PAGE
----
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January 17th, 2022
On September 1, 2021, as Hurricane Ida left Cranford, New Jersey, Iron Mountain driver Melvin Mangual and his family thought the worst of the storm was over. The family's vehicles had taken on water. "But rain stopped by midnight," recounts his wife, Mayra. "So, we figured it was time for all of us to go out and move the cars closer to the house and dry them out."
However, it was a short-lived respite. What the family of six - the couple plus their two adult sons, Mayra's mother, and her sister - didn't know was that a local levee had breached. The rushing waters of the Rahway River were now headed for their neighborhood, putting their home in peril.
It didn't take long for the flood currents to wreak havoc. "Water seeped into the house from every corner," says Melvin. "We had about an hour to grab everything we could." But with too little time to prepare, the Manguals couldn't secure the winter clothes, luggage, and household files stored in their unfinished basement.
At the flood's peak, water rose to the basement's ceiling and continued up, leaving a foot of murky water on the first floor. The family carried what they could to the second floor for safekeeping. As for their cars, two were totaled.
As the waters receded, the Manguals assessed the damage and considered the challenge ahead. “It was depressing at first,” says Melvin. “But if my kids were still little it would have been even harder to do.”Melvin and his brother kicked off the recovery by pumping out the remaining water. In the days following, as they filed their insurance claim for rebuilding the soggy mess remaining, they realized that leaving the house during the reconstruction was not an option: Since the Manguals weren’t sure how much their insurance company would pay on their claim, and they didn’t want to risk incurring debt.“We decided it was better for us all to stay put,” says Mayra. And that was a wise decision. “The flood insurance provides coverage for the first floor, the garage, and only specific items in the basement,” explains Mayra. Those included the electric panel, hot water heater, and washer and dryer. But they were on their own to replace anything else in the basement.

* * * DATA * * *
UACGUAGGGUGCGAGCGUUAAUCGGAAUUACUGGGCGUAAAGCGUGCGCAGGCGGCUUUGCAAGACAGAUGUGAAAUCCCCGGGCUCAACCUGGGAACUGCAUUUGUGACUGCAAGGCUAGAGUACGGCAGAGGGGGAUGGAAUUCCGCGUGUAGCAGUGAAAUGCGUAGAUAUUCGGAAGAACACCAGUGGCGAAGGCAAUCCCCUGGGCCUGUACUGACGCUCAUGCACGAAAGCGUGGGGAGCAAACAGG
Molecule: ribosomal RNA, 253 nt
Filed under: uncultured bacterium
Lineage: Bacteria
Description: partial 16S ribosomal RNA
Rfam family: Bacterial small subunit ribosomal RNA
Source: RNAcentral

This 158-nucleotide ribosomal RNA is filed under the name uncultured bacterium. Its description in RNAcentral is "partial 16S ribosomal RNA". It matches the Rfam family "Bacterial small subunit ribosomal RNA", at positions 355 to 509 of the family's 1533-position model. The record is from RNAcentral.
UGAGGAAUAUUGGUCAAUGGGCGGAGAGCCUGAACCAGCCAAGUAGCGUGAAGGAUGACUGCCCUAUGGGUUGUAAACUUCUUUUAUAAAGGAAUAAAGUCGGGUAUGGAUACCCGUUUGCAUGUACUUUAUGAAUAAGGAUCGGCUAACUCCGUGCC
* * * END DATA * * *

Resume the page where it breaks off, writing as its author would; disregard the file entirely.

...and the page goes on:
When Melvin’s manager dropped dinner off for the family, he suggested that they apply for a grant from Iron Mountain’s Richard Reese Employee Relief Fund. The fund established in 2005 to help Mountaineers affected by Hurricane Katrina, now offers relief for those affected by floods, fires, and other events that can put a household in crisis.
“We didn’t even know the program existed,” says Melvin. He also admits that even after he heard about the program, he put the paperwork aside for a few days. “I was just overwhelmed by everything I needed to do, and it was hard to focus,” he recalls.
However, once the Manguals did apply for assistance, Mayra was impressed by the quick response “They answered in a couple of days.” In fact, the grant came before they received any FEMA or homeowner’s insurance payout.
Mayra was ready to put the cash to work immediately towards the rebuild. But when she first spoke with contractors, she was dismayed by how long they said it would take – many saying the work would trudge along well into 2022. That’s when Mayra decided to take charge by acting as her own general contractor. She went on to find and hire all the people the family needed to rebuild their home.
The result: The house was gutted from its foundation to 2.5 feet into the first floor. It was a massive undertaking. But despite those initial time estimates, Mayra got all essential repairs done by November 3 – two months after the flood. “Some of our neighbors are still living in hotels,” says Mayra.
Looking back on their experience, Mayra feels grateful that her family made it through the calamity intact. “It was scary but thank God everything worked out.” She’s also thankful for what Iron Mountain as well as their family and friends did to help. “Every little bit we received, from food to money, made a difference when we needed it most.”
As for the fund, 16 years after its founding, it’s providing more financial support than ever to employees impacted by natural disasters and other events, worldwide. In 2020, it provided more than $1.2M USD in support to more than 4,500 employees globally, many of them experiencing hardship because of the pandemic. What’s more, it’s funded primarily by fellow Iron Mountain employees. They can either make one-time contributions or contribute via payroll deductions.